[YS Learn] #Branding101: What startups can learn from Dunzo’s branding game
In February 2018, the Bengaluru-based foodtech unicorn Swiggy announced that it was going beyond food delivery with Swiggy Stores where it offers customers the convenience of ordering anything from any store across the city. In short, the unicorn had entered the ‘space’, which was already occupied by Bengaluru-based hyperlocal platform -.
The Google-backed startup had started as a hyperlocal personal task management platform in Bengaluru on WhatsApp and is now a full-fledged automated, app-based service. Analysts and journalists were busy discussing the implications of this for the relatively smaller startup - Dunzo.
A small team within the startup was busy too, and the result of its work was soon out on social media platforms - an illustration of a man landing on the moon, with aLogo wear, only to find a Dunzo flag already hoisted - the copy was simple and yet quirky - 'Welcome Buzz Aldrin.'
Quirky, fun, tongue-in cheek, and yet not condescending to a competitor. It is a common theme with most of Dunzo’s branding and communication. Over the past three years, Dunzo’s communication and social media posts have become a point of coffee and dinner conversations. Many startups aspire to Dunzo-like branding and marketing posts.
However, there is a challenge. How do startups create a strong brand positioning frugally? With Facebook and other social media platforms pushing inorganic and paid posts more, digital marketing is becoming increasingly difficult.
The Dunzo team nevertheless believe that branding isn’t just about spending on media. It is about investing on the right team. Dunzo has seen 22 percent increase in engagement and 10 percent increase in followers across platforms since lockdown.
“We are a small startup and don’t have a big marketing or a branding budget. All our work happens in a nimble and simple way,” explains Sai Ganesh, Head of Marketing and Branding, Dunzo. Talking about what Dunzo did, Sai says there were a few key things they got right.
Focus on product and user experience before branding
Before Dunzo could build a brand persona and focus on its social media game, they worked on creating a strong base of early adopters in the initial days. The brand already had a small cult like status at least in Bengaluru circles. This made it easier to understand the customer base and behaviour.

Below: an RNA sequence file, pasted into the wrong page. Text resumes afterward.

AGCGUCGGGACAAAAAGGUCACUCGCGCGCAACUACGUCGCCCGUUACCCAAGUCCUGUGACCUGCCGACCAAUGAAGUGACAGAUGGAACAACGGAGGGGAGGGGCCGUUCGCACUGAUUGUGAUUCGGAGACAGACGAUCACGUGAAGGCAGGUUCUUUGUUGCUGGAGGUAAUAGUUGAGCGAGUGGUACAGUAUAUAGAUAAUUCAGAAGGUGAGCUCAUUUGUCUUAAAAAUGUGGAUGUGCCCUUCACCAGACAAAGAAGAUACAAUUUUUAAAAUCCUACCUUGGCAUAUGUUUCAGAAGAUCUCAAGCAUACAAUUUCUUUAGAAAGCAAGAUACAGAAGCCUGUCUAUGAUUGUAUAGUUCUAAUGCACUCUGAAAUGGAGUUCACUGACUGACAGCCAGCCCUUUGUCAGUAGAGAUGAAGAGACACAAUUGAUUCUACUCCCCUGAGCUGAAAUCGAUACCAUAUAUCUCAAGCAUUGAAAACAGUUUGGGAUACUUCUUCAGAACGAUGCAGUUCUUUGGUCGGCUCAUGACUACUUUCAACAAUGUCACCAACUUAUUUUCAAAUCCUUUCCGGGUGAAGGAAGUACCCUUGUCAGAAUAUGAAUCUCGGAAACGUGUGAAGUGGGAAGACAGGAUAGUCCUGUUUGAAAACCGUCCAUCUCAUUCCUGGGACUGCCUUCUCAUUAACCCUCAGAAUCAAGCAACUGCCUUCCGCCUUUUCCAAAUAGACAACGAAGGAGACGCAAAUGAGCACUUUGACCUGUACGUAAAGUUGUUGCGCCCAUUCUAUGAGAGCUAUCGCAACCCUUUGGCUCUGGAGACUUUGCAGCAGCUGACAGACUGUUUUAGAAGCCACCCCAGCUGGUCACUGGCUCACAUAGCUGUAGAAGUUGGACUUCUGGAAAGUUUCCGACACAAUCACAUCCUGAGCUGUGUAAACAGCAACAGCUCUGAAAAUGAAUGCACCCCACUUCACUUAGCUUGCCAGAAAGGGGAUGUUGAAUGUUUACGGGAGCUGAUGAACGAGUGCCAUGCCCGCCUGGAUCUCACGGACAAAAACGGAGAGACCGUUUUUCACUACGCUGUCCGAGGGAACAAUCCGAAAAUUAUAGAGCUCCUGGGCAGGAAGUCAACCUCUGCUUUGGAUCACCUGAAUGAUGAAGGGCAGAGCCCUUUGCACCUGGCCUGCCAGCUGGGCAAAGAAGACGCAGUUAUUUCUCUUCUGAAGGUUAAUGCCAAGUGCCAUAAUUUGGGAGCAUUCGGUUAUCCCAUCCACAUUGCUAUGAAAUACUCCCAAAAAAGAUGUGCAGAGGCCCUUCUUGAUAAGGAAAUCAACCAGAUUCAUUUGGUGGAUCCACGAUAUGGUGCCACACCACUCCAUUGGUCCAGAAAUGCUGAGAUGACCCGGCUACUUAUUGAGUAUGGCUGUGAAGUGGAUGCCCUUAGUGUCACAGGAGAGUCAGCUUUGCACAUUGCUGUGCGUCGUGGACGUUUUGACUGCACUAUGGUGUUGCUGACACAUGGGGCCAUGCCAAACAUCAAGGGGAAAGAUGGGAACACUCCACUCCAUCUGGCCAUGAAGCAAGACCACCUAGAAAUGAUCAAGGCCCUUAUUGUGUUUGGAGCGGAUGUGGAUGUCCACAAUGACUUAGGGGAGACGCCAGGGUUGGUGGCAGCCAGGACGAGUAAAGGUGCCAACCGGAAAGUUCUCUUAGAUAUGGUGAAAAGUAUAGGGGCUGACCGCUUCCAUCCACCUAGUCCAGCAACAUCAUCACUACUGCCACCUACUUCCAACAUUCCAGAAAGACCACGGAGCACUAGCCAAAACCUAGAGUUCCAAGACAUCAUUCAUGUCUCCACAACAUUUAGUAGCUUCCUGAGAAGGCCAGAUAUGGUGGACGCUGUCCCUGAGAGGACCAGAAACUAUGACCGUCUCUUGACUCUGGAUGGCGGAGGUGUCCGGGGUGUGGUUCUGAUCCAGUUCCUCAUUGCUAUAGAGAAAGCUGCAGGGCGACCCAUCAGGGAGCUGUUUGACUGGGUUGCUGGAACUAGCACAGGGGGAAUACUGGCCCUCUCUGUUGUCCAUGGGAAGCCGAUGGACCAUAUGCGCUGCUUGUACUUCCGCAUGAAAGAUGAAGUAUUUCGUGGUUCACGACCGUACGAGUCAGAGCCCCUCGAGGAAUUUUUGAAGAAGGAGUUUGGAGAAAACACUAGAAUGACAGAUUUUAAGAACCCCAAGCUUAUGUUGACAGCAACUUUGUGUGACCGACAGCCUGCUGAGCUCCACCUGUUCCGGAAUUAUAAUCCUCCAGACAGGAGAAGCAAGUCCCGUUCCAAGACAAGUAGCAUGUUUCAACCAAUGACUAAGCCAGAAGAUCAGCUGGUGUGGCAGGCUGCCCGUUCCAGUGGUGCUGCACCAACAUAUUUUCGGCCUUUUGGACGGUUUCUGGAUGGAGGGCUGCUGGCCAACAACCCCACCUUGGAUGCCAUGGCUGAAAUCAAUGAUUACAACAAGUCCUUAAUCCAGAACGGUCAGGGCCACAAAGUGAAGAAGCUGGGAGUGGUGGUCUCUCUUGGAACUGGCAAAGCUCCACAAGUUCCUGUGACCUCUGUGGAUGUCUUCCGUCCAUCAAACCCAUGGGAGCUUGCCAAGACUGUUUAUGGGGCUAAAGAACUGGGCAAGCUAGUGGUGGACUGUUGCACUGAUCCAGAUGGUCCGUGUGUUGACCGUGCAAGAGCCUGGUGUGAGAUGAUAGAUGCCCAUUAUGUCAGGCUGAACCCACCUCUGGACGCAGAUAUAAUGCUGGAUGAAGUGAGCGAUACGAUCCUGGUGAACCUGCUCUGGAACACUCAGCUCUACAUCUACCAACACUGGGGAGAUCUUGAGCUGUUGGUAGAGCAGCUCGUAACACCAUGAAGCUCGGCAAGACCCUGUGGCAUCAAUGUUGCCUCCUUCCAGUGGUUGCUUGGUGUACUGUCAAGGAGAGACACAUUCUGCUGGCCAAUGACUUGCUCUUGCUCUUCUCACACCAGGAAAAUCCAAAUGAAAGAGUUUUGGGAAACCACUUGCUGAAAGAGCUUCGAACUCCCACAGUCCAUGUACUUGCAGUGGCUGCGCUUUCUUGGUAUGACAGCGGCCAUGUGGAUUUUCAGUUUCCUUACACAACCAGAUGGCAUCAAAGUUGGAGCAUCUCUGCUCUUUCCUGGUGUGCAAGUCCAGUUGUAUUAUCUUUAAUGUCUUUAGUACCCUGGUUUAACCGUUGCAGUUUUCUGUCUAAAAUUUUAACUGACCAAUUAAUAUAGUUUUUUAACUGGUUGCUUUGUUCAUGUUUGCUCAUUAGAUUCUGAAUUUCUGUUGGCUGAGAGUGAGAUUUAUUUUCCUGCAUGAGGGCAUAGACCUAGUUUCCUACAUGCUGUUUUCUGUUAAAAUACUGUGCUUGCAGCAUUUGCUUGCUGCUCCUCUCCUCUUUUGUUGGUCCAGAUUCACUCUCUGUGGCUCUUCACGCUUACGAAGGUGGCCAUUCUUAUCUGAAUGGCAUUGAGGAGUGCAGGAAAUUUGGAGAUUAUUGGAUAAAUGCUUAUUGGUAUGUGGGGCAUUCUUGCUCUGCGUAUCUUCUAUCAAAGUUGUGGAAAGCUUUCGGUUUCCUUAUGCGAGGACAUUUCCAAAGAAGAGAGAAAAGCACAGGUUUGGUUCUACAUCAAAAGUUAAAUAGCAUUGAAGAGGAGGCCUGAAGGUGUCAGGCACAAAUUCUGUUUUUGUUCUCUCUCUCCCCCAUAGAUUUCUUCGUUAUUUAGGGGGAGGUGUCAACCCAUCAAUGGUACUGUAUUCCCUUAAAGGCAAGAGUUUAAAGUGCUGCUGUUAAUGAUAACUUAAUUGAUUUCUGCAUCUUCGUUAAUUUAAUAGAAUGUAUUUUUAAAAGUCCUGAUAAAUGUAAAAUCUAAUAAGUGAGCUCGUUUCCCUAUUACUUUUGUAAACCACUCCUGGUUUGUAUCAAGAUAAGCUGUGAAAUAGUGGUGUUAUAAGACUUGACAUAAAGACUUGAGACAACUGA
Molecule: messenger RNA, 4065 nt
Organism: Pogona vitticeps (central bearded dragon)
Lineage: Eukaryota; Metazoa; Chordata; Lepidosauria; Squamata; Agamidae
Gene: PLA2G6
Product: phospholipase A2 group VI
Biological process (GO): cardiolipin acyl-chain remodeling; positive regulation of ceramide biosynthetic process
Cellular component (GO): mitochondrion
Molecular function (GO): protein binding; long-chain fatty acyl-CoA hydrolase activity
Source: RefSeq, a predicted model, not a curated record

“With the base of the product strong, we had it easier to work on branding in a more intelligent way,” explains Sai.
Build a persona on what your culture stands for
- Branding is about what you as a company and product stand for. We worked our persona internally from delivery partner perspective as a relatable everyday man. If you look at Tom Hanks or an Ayshmann Khuranna, they are relatable.
- The Dunzo partner will go that extra mile to get your medicines, or pick up the right avocado. This made the content relatable and engaging.
The best way to understand how a brand is perceived is what people will say about the it to their friends and family. What are the triggers, passion points, reasons for drop offs
- We arrived at a brand framework - eventually what we wanted was to make dunzo commonplace and commonsense idea. Thus our social media handles say - dunzoit
- We created phrases for dunzoit in multiple languages. Not just as a verb, but as a part of a culture.
- We realised puns and humour make it relatable, so we started creating puns.
- There is a reason we have a woman mascot, and not because this is what is trending or on top of everyone’s mind.
- As a team, everything we do should be meaningful. And we realised in the past decade, every delivery website has a man with bag, helmet, and a bike, and if women are part of the delivery team, it isn’t a token measure, it needs to be normal representation.
This even means understanding what delivery partners stand for. That was one of the reasons why during the pandemic, we came up with a creative celebrating all delivery partners across brands.
What does your brand want to achieve?